Sunday, October 23, 2011

What's going on in Mali?

Note: I've thought long and hard about whether/how to publish this post, since some of the information can seem rather intimidating. However, I have full confidence in the Peace Corps and their ability to evaluate the situation on the ground and to choose a safe site for me to work at. I also know that in situations where a threat arises, PC evacuates its volunteers for their own safety - no questions asked - at a moment's notice, so no need to worry. I'll be in good hands. In light of this, it seems appropriate to make a stab at putting recent/potential future developments in context as best I can.

If you've been watching the security situation in Mali over the past couple of months, you might be asking yourself a lot of questions right now. That is, if you were one of the two groups that actually pays attention to security in the Sahara, an underreported topic in the United States. As far as I can tell, there are only two groups of people who have a clue what's going on out there in the middle (and edges, sometimes) of the desert - the military and aid/development workers. I proudly consider Peace Corps volunteers to be among the latter, and thus I've been scanning the available news for reliable reports on a (relatively) new phenomenon in Mali: Al Qaeda in the Islamic Maghreb (AQIM).

The precursor to AQIM was not, in fact, linked to the Al Qaeda Americans know and hate but instead is rooted in armed Islamic groups in the Maghreb (Northern Africa). Al Qaeda joined this organization, which was at one time called the Salafist Group for Preaching and Combat, in 2006. They bonded over their love for jihad and their hate of France, among other things, and have been in union ever since.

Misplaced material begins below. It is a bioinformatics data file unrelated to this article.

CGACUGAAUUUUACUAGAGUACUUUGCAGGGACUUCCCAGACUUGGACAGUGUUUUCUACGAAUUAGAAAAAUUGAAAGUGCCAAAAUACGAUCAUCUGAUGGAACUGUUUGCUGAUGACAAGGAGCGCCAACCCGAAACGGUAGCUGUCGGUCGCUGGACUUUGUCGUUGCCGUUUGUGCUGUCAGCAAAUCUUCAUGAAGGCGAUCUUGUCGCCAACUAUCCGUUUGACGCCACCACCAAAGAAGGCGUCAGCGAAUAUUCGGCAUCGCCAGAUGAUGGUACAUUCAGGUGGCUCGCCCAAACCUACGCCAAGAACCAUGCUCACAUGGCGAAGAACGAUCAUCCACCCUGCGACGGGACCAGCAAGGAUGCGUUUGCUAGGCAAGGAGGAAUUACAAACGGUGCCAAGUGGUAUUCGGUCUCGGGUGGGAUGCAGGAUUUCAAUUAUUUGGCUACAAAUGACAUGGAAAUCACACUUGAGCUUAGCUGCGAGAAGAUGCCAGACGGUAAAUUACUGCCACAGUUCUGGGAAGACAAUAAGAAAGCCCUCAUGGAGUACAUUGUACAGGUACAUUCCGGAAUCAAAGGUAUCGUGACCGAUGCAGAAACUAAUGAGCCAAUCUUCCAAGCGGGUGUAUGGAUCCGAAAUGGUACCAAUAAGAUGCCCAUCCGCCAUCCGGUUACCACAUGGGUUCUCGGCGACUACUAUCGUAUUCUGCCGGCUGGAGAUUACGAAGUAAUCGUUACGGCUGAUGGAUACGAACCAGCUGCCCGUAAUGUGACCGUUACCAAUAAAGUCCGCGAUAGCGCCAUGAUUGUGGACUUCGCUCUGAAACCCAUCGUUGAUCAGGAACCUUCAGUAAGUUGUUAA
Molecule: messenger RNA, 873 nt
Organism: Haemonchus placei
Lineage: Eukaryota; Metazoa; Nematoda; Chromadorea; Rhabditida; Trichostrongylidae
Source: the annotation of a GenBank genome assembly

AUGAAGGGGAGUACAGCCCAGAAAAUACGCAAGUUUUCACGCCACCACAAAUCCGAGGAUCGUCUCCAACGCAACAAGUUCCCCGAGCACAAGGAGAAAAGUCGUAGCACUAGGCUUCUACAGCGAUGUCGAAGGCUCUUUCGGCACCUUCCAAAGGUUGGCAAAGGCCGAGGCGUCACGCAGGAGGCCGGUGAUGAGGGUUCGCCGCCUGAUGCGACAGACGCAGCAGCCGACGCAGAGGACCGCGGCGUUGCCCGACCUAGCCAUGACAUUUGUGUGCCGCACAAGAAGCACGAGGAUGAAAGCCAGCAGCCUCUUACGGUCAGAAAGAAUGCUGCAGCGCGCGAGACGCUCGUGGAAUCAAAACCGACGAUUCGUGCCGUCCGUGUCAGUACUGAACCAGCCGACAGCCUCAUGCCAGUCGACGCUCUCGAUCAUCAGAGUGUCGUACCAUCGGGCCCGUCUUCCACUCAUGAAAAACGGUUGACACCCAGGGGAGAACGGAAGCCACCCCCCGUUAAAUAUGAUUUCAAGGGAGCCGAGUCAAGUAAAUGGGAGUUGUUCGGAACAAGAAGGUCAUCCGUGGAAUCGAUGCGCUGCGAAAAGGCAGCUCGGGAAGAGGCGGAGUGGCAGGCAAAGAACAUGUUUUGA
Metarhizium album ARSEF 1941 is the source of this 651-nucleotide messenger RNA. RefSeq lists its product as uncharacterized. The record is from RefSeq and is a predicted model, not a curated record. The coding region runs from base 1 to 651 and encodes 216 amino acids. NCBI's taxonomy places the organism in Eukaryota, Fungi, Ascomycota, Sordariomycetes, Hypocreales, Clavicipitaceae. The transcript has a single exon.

I like to tell people that Mali is an remarkably stable country compared to others in the region, that it is in many ways a model of religious tolerance (as is its neighbor, Senegal). I emphasize that despite being one of the poorer countries in the world, Mali has relatively little armed violence. Even the requisite coups (they've been all the rage since post-independence in the 1960s) have been mostly bloodless. However, Mali has not been without its demons. The nomadic Tuaregs who live in the Sahara desert in northern Mali have mounted three armed rebellions since 1962, the most recent ending in 2009, although some say that the rebellions never really end. Mali has had an awful time controlling the north because, well, it looks like this:

Try regularly patrolling that desert in 120 degree weather. In large part, thanks to the relative "lawlessness" of the region, radical Islamic groups have been able to come in and set up shop in such remote areas. Sometimes the areas aren't too remote, either - but I have yet to hear about Malians openly welcoming terrorists, there's just an open question of how to get rid of them.